“The trick is to use at least two layers of bricks between the fire and the bin, otherwise the temperature will fluctuate too much,” he explains.

After fermentation, the tea is placed on racks to dry in the sun, which can take a day or two, depending on climatic conditions.

“The racks are raised off the ground to prevent contamination. At night, they’re placed on top of one another in drying chambers inside the processing plant. The drying rooms are closed off with nets to facilitate air movement, and prevent insects and rodents from entering them,” Nortjé adds.

Nortjé follows a meticulous management programme to ensure sustainable production. “We have 700ha under honeybush, but harvests are capped at 20t per year, and less if the plants are under stress because of drought or other setbacks.”

The land is subdivided into smaller camps, and the harvesting is rotated between them. The honeybush is left in the camps for at least four years before being harvested for the first time. From then on, the camps are harvested every four to five years, depending on the condition of the bushes.

“Plants grow more slowly during dry spells, so we take that into account. On the upside, dry conditions usually result in tea of superior quality. Fortunately, we rarely experience long periods of drought, as the plants grow so high up on the mountains,” he says.

The bushes are harvested with sickles to a height of 10cm above the ground, and thorough records are kept of when each camp is harvested.

The Nortjés have 12 permanent employees who have years of experience working with honeybush. “They really know the ins and outs of harvesting and processing, so I’m confident that they harvest responsibly,” says Nortjé.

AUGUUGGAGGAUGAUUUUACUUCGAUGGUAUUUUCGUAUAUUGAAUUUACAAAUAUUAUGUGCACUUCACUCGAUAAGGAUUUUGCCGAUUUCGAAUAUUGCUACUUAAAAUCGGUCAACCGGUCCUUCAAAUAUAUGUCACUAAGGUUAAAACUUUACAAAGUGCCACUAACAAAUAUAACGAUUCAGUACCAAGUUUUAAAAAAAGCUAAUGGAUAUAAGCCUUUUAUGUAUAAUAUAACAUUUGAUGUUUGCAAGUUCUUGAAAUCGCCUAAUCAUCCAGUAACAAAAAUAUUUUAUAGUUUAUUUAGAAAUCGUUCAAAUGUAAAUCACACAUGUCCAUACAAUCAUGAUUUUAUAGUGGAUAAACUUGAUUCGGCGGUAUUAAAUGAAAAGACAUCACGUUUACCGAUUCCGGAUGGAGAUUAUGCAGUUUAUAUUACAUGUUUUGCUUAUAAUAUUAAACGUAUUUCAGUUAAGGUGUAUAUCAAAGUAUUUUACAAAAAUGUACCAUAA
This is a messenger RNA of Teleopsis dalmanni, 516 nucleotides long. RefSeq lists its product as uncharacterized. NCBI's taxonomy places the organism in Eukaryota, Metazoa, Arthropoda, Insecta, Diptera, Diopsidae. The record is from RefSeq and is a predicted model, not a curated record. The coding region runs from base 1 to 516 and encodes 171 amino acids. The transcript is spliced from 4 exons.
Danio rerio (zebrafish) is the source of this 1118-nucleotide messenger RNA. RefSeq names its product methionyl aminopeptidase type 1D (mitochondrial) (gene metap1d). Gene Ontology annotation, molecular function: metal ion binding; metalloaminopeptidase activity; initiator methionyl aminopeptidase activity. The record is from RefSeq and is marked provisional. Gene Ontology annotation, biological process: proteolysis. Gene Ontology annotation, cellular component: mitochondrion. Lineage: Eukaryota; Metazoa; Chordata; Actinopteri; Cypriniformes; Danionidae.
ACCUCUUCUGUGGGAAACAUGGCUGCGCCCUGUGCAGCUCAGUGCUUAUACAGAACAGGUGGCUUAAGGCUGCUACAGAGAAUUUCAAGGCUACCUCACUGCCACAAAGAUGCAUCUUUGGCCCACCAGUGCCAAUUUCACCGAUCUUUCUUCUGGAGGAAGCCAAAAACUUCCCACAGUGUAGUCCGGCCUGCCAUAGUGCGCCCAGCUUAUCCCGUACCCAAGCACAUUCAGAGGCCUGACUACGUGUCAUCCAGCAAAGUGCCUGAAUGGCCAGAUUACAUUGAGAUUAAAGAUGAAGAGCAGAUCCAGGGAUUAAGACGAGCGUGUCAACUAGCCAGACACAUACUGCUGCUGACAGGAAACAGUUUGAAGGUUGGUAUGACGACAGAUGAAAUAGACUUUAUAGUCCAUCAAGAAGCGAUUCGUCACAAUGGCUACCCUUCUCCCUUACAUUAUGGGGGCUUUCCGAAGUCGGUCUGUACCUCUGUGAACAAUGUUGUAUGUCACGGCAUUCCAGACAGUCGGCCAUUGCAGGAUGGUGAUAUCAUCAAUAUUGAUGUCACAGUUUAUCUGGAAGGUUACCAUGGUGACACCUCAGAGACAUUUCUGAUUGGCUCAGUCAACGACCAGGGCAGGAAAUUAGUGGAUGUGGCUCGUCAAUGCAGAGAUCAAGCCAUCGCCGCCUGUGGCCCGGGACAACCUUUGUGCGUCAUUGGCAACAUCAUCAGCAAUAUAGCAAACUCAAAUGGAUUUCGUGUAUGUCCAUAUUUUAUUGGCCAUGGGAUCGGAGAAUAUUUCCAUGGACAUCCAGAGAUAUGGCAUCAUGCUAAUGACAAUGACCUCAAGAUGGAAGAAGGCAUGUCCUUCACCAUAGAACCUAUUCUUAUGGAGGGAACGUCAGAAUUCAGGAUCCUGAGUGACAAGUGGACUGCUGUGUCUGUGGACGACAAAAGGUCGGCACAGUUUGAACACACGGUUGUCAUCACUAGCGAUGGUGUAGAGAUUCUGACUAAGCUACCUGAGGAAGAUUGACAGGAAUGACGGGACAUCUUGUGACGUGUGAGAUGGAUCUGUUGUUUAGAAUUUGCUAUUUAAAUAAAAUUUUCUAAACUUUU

The plants are harvested on cool days all year round; this produces a continuous supply, creates year-round employment, and takes full advantage of the farm’s processing capacity. Cool conditions are a prerequisite, as the alternative would result in a lower-quality product and would make conditions unpleasant for the workers.

“Harvesting honeybush is highly labour-intensive; you really can’t expect people to do it when the weather’s hot,” he says.

Over the years, Nortjé has developed systems to improve labour efficiency. For example, where donkeys were once used to take the bundles of harvested honeybush from the top to the bottom of the mountain, a pulley system is now used.

While honeybush is their main source of income, the Nortjés also run sheep and cattle as a way of diversifying production risks.

“Our son, Scheltema, is the livestock farmer. He prefers to farm Bonsmara cattle, because they’re well adapted to extensive production conditions and mountainous areas. They also have good mothering instincts, which helps prevent predation losses.”

Nortjé is keen to add a honeybush tourist centre to his processing facility. “I’d like to create a place where people will be able to taste different kinds of honeybush tea, as at a wine tasting, and see first hand how the tea is produced.”

Email Quinton Nortjé at [email protected], and visit